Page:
E-poster Presentation 2014 World Cancer Congress

Making sense of quitting unassisted – exploring the reasons why smokers choose to quit on their own (#846)

Andrea L. Smith 1 , Stacy M. Carter 1 , Sally M. Dunlop 2 , Simon Chapman 3 , Becky Freeman 3
  1. Centre for Values, Ethics and Law in Medicine, University of Sydney, Sydney, NSW, Australia
  2. Cancer Prevention Division, Cancer Institute NSW, Sydney, NSW, Australia
  3. School of Public Health, University of Sydney, Sydney, NSW, Australia

Background and Context: Unassisted cessation is an enduring phenomenon and one that persists even in nations advanced in tobacco control where cessation assistance such as nicotine replacement therapy and smoking cessation medications are readily available. 

Aim: To understand why a significant proportion of smokers still choose to quit unassisted rather than consult their GP, use over-the-counter or prescribed smoking cessation pharmacotherapy, or seek support from a quitline.

Strategy/Tactics: In-depth, one-on-one interviews with Australian adult ex-smokers who quit unassisted within the past 6–24 months. 

Programme/Policy Process: Asking ex-smokers who choose to quit unassisted why they did so is an ideal way of gathering rich and informative data that can be used to inform smoking cessation policies and practices that reflect the needs of the smoker.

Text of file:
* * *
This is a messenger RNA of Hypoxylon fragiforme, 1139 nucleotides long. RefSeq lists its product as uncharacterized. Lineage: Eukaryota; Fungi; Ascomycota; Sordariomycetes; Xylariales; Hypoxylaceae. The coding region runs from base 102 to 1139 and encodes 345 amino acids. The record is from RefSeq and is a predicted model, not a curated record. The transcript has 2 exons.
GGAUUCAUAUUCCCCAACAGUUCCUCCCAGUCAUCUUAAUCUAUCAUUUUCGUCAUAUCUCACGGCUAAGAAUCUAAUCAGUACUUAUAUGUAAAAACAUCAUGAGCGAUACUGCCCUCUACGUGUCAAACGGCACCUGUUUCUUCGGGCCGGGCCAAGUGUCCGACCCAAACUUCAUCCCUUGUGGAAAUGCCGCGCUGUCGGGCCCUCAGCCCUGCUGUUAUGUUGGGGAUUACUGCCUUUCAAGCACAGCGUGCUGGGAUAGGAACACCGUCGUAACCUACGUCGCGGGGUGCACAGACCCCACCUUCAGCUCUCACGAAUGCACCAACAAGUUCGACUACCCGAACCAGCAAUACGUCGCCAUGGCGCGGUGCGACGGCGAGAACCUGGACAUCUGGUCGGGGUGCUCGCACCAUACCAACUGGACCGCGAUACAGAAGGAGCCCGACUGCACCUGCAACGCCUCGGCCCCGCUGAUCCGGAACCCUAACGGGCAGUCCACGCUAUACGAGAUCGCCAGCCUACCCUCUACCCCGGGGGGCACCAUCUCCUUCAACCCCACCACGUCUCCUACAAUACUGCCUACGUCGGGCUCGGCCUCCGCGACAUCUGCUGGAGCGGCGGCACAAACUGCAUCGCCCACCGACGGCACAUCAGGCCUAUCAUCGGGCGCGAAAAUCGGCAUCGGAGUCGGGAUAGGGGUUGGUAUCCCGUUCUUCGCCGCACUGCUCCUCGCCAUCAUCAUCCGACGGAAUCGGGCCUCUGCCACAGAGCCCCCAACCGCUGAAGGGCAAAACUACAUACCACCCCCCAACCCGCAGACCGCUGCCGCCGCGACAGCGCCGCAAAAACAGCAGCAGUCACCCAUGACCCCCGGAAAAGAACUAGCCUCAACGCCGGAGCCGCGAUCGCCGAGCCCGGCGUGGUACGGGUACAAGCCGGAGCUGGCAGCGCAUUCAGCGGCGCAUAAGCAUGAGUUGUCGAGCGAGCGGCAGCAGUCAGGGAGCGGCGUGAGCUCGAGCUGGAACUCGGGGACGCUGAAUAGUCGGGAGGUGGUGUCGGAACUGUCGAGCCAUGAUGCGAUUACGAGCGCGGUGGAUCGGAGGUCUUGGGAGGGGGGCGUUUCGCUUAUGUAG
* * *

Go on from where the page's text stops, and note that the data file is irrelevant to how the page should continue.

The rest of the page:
Outcomes/What was learned: The reasons smokers quit on their own are complex and go beyond previously reported issues such as misperceptions of effectiveness and safety of pharmacotherapy, structural barriers such as affordability and accessibility, and overconfidence in one's ability to quit unassisted. Factors impacting on a smoker's decision to quit unassisted include: (1) feeling personally responsible for quitting; (2) sizing-up the costs and benefits of assisted vs unassisted quitting; (3) giving preference to experiential quitting knowledge gained directly or indirectly over professional or theoretical knowledge; (4) believing quitting on one's own can be a positive experience. 

Deep-rooted personal and societal values such as independence, strength, autonomy, self-control and self-reliance appear to be influencing beliefs and decisions about quitting. We conclude that existing policy-related measures aimed at making assistance more readily available and affordable, or at changing smokers' attitudes and beliefs about assistance may be of limited benefit to many smokers. Alternative strategies may be necessary to support those smokers who choose to quit on their own or to persuade them of the benefits of assistance.